Have you ever experienced the isolation of hopelessness? Many of those subjected to emotional abuse experience this feeling daily. Often times than not, we excuse malign verbiage with the inclination that things could be worse, but could they? According to Webster, emotion by definition is a state of mind in which feeling, sentiment, or attitude is predominant. Victims of emotional abuse may find themselves undergoing constant emotional desecration which in turn can subliminally damage their state of thinking to a point where all of their confidence and sense of strength has to come from another source. Unfortunately, this usually is found in the hand of the deliverer. In early adolescence I could remember being scolded when I was disobedient to my parents or older siblings and after being made to feel like the absolute worse person in the world, I couldn't wait to make amends. So once my wrong was made right, I sought immediate retribution like a dog wanting a treat after passing obedience class. It was a strong desire to prove that I wasn't the worst person in the world, although that was never implied, it's what I felt. So in turn I wouldn't find peace until I felt that I'd become the little girl that everyone called adorable once again. Sometimes.Many have noted that the traits we possess in our adolescence, can sometimes follow us into our adulthood.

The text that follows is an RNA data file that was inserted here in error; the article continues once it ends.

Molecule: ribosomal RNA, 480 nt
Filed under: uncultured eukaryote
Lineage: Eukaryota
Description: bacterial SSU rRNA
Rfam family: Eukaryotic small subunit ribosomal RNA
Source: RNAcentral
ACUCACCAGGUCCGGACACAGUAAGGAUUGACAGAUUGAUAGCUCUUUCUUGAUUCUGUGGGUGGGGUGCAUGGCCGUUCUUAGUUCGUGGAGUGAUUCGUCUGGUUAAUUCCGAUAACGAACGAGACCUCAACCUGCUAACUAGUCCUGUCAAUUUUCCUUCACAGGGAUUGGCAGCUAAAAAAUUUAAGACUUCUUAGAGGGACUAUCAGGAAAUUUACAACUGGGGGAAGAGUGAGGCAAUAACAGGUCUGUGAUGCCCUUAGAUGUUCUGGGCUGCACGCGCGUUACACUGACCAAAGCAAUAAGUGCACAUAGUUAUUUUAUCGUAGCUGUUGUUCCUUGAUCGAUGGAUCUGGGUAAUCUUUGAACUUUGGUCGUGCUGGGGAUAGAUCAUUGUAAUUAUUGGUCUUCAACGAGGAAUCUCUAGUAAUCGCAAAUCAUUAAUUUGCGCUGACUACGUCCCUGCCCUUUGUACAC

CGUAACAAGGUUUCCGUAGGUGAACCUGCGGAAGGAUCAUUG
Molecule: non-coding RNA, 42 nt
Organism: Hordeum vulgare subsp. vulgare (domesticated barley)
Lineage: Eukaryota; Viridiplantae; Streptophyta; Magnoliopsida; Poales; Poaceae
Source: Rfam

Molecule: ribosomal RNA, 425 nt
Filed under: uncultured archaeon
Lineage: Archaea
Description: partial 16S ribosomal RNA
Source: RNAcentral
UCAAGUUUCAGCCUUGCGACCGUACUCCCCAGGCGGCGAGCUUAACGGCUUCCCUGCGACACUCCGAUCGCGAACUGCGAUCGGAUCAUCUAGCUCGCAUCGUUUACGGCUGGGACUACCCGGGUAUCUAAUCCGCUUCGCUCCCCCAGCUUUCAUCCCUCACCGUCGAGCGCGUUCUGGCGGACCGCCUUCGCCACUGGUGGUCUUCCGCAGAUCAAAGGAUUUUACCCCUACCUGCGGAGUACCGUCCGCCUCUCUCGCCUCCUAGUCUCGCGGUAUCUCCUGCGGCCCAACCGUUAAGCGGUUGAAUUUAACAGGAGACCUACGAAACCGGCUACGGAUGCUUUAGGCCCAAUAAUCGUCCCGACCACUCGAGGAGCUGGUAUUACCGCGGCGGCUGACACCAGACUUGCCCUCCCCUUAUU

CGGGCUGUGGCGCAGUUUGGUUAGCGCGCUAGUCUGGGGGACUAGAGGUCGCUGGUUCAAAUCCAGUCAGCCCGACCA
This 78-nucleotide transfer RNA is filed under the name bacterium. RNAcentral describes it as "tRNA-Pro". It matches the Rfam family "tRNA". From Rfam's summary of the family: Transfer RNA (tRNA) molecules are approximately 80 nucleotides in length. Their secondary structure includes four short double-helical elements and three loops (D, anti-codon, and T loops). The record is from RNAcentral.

There once was a girl who fell deeply in love with the most wonderful man in the world. He bought her nice things that eventually turned into diamond ring and she was sure that they'd live happily ever after. After a few months of marital bliss, she found that it was harder and harder to please him. It didn't matter what she did or how perfectly she did it, he just never seemed to be satisfied. So she tried harder. She began to isolate herself from her family, co-workers, and friends to devote more time into making him happy, or so she thought, but she still often fell short. There would be moments when she considered that maybe she really wasn't deserving of all of the special things that he'd done for her. That maybe somehow she'd changed. So in an effort to correct her wrong, she sought retribution. The house was spotless, the clothing was washed, the children were fed, and all of the finances were his to use at his discretion alone. She sat for years waiting on her treat. Surely there would be some vindication.
This story is all too familiar to some of us, if it isn't us. I've traveled that lonely road of being made to feel over and over again that I was a constant let down. And as I did when once a child, tried to redeem myself. It almost felt like happiness debt. I couldn't obtain my own happiness until an unpayable debt was settled. With a clearer level of thinking, I now know that I can't truly make an unhappy person happy, and that I can't be happy sacrificing my own.
There is absolutely nothing wrong with trying to please someone or with fixing a situation where you may have been wrong, but once the amendment becomes a debt to be repaid over and over again, there is no payment to satisfy it and it should be canceled. Gender classification excluded. Being made to feel whole shouldn't be considered a privilege and that is often what the victims of emotional abuse feels like under the hand of an abuser.
So if you are suffering in silence or you know someone who is, consider your debt canceled. In the Bible there's a scripture that says ,'Owe no man.' This could very well reference money but I proclaim it as a personal affidavit that I'm deserving of peace and happiness and that I'll owe no more then what would cause me to subtract from myself.